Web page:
Participatory Sensing in Commerce: Using Mobile
Camera Phones to Track Market Price Dispersion
, Chun Tung Chou
, Salil Kanhere
, Yifei Dong
, Shitiz Sehgal
, David Sullivan
Computer Science Department, Portland State University, Portland, OR 97207, USA
School of Computer Science and Engineering, University of New South Wales, Sydney, NSW 2052, Australia
salilk, ydong, shitiz.sehgal, dsul945, firstname.lastname@example.org
In economics, price dispersion refers to the price difference of a homogeneous good across different vendors.
According to  “The empirical evidence suggests that price dispersion in both online and offline markets is sizeable,
pervasive, and persistent.”
Not surprisingly, there exist several popular web commerce sites such as Froogle that
enable users to track consumer pricing information in online markets. In this paper, we present and explore our vision
that participatory sensing can be employed in this new application domain to track price dispersion in homogeneous
consumer goods even in offline markets. We discuss two proof-of-concept participatory mobile camera-phone sensing
systems that we have built: (1) automating fuel price collection, and (2) semi-automated scanning of receipts.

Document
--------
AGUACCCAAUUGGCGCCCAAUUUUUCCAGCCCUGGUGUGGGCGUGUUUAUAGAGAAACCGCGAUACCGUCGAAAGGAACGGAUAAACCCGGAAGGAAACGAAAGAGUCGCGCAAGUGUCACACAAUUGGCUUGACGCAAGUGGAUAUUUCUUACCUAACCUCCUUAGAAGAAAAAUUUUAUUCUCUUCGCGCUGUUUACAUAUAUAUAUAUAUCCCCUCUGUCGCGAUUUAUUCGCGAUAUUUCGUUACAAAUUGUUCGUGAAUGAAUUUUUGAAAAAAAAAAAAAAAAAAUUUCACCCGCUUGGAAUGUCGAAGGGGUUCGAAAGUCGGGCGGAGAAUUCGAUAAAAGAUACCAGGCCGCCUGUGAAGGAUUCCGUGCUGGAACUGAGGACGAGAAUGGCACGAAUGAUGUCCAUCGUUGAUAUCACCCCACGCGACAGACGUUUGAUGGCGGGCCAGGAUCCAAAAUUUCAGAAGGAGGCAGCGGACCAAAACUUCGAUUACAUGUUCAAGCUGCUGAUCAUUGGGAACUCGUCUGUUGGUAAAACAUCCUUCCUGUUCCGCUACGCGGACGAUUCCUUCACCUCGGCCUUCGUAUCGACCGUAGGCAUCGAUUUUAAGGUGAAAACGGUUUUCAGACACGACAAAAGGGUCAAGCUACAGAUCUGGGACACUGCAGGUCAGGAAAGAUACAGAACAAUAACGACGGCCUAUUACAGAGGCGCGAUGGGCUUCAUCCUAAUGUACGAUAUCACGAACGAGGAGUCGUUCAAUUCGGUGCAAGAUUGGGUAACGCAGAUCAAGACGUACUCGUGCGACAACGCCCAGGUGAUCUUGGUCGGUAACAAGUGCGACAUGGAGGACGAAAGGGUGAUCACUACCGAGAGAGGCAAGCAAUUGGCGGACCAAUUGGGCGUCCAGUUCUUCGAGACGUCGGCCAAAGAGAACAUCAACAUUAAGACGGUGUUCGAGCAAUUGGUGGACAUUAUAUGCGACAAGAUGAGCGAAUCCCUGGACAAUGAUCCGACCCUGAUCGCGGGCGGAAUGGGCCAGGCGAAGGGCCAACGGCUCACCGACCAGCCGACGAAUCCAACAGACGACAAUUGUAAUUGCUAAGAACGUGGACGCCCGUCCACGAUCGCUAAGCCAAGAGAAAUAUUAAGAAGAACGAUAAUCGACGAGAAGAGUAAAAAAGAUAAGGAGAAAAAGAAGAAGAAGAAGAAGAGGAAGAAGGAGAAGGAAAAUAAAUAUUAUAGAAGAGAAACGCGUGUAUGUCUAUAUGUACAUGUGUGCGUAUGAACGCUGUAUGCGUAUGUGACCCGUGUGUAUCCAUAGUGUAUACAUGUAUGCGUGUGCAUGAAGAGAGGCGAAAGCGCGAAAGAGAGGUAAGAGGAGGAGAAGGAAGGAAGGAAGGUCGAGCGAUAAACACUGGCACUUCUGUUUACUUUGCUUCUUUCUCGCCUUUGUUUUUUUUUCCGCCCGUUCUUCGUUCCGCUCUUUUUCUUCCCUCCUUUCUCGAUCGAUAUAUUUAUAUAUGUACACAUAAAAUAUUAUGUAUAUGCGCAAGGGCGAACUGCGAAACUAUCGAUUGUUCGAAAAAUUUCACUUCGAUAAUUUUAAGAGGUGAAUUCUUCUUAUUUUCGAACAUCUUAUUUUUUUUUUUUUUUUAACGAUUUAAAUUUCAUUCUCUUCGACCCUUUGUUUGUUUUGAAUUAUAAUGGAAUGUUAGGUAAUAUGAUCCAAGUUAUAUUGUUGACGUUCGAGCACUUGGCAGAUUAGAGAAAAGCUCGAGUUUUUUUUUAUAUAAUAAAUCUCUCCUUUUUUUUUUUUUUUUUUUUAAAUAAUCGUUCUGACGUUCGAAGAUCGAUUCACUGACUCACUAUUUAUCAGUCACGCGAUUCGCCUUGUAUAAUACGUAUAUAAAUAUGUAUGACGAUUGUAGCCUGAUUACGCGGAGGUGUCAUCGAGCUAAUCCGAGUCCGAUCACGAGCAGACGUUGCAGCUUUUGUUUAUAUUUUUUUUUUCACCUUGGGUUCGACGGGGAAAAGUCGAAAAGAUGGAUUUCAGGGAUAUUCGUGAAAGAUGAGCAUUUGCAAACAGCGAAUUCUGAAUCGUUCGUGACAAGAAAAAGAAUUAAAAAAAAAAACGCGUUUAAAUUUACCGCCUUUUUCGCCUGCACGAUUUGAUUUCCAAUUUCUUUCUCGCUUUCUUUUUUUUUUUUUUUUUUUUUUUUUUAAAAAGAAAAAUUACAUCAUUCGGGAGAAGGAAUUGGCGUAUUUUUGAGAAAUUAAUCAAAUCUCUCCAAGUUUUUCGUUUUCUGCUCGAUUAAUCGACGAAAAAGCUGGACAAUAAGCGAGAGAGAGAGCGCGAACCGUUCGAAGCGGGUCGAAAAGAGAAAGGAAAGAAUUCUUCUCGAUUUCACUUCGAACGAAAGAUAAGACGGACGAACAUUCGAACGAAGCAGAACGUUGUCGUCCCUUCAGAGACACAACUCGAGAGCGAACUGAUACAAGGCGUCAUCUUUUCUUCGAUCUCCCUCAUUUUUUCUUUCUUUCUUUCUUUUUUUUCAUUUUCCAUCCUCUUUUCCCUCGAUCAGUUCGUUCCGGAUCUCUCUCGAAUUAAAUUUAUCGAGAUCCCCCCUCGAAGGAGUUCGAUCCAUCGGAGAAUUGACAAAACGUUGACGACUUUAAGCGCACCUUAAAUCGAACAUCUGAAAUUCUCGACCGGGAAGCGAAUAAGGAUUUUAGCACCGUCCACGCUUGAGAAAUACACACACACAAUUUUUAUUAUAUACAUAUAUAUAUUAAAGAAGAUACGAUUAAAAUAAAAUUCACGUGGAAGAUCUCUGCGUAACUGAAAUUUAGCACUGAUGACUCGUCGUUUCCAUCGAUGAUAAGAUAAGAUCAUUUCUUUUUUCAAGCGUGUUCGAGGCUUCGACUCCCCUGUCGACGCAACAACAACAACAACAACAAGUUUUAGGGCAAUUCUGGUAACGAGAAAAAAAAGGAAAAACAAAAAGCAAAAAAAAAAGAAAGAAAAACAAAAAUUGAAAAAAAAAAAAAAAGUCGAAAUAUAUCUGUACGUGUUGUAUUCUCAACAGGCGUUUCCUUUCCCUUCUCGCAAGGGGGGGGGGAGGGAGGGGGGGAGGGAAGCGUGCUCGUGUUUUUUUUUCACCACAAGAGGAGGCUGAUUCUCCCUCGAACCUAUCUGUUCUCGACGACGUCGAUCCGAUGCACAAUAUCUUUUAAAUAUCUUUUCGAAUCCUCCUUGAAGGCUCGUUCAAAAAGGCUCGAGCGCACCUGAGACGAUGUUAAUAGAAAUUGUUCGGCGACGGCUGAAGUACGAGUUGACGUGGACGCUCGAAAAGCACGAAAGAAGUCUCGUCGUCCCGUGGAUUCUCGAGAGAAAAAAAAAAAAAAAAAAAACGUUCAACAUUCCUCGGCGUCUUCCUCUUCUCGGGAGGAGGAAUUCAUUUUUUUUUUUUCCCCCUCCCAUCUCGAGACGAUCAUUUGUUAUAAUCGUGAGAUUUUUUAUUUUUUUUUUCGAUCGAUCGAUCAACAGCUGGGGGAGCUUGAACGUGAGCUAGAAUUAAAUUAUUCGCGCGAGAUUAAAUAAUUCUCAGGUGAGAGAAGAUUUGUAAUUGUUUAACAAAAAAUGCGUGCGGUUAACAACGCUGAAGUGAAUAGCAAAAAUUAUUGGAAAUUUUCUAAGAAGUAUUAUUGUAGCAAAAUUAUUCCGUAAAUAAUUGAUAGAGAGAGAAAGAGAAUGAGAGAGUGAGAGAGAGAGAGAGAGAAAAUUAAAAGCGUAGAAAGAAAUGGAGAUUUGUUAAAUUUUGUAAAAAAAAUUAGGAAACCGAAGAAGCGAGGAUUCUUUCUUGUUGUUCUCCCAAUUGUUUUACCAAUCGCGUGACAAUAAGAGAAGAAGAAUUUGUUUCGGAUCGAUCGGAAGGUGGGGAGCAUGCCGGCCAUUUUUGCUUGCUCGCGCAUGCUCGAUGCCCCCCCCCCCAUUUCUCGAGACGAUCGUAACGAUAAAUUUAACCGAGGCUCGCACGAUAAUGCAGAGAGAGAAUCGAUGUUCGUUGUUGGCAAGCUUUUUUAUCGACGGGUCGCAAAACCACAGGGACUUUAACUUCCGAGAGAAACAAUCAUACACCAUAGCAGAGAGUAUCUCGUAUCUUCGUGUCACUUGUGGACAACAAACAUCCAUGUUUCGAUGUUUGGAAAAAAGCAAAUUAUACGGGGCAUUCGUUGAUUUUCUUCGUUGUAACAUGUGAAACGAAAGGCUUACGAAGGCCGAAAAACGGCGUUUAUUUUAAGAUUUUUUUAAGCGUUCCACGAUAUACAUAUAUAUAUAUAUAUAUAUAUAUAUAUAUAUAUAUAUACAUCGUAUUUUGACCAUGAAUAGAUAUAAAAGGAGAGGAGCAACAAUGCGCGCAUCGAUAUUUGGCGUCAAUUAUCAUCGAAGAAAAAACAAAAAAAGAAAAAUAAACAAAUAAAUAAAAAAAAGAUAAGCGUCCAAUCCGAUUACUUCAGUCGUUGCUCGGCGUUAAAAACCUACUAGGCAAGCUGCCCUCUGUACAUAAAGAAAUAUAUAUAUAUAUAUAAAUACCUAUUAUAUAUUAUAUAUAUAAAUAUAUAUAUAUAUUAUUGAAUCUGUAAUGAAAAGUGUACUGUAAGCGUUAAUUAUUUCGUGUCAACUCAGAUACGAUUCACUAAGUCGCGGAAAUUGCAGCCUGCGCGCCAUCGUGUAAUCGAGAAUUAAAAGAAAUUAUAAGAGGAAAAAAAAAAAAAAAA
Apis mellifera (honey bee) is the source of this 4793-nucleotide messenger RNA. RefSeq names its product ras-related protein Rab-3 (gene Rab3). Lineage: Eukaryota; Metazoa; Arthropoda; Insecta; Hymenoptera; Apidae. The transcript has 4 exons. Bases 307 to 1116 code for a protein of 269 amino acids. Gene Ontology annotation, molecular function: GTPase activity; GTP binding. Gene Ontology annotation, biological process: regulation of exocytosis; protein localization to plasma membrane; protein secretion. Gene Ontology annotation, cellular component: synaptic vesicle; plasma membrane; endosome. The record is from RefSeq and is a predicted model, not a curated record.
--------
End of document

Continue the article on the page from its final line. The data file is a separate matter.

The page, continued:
Price dispersion of
goods is a fact of life . We emphasize homogeneity because if two goods
are not homogeneous, such as televisions of different brands, then there is a quality difference which makes them
hard to compare quantitatively.
We have encountered myriad real life examples of price dispersion. For example,
the following homogeneous goods were sold at different stores at fairly different prices at the same time in June
2008. We observed a $10 price difference for multivitamins (a $30 product) between Costco and RiteAid stores,
and nearly a $200 price difference for HDTVs (a $2000 product) between Circuit City and Best Buy. Online, the
quoted air fare for the same flight was $600 higher at Expedia than Lufthansa $2600 at the same instant of time.
Price dispersion is attributed to several causes. A seminal article by Varian  suggests that price dispersion
might be a deliberate marketing ploy by retailers to entice consumers into exploring their choices. Nevertheless, a
major cause is the consumer search cost incurred in collecting pricing information from competing retailers,
including the opportunity cost in time in acquiring this information [Baye06]. Price dispersion remains widely
prevalent on the Internet (15-17%) , although studies have speculated that the low Internet search cost, where
alternate retailers are often just a mouse click away, will eliminate price dispersion . Not surprisingly,
numerous web commerce sites such as Shopzilla
try to remedy this situation in online markets by
providing a clearinghouse of price information for a homogeneous good for different e-retailers.
There are compelling reasons for creating such a clearinghouse of up-to-date product pricing information, even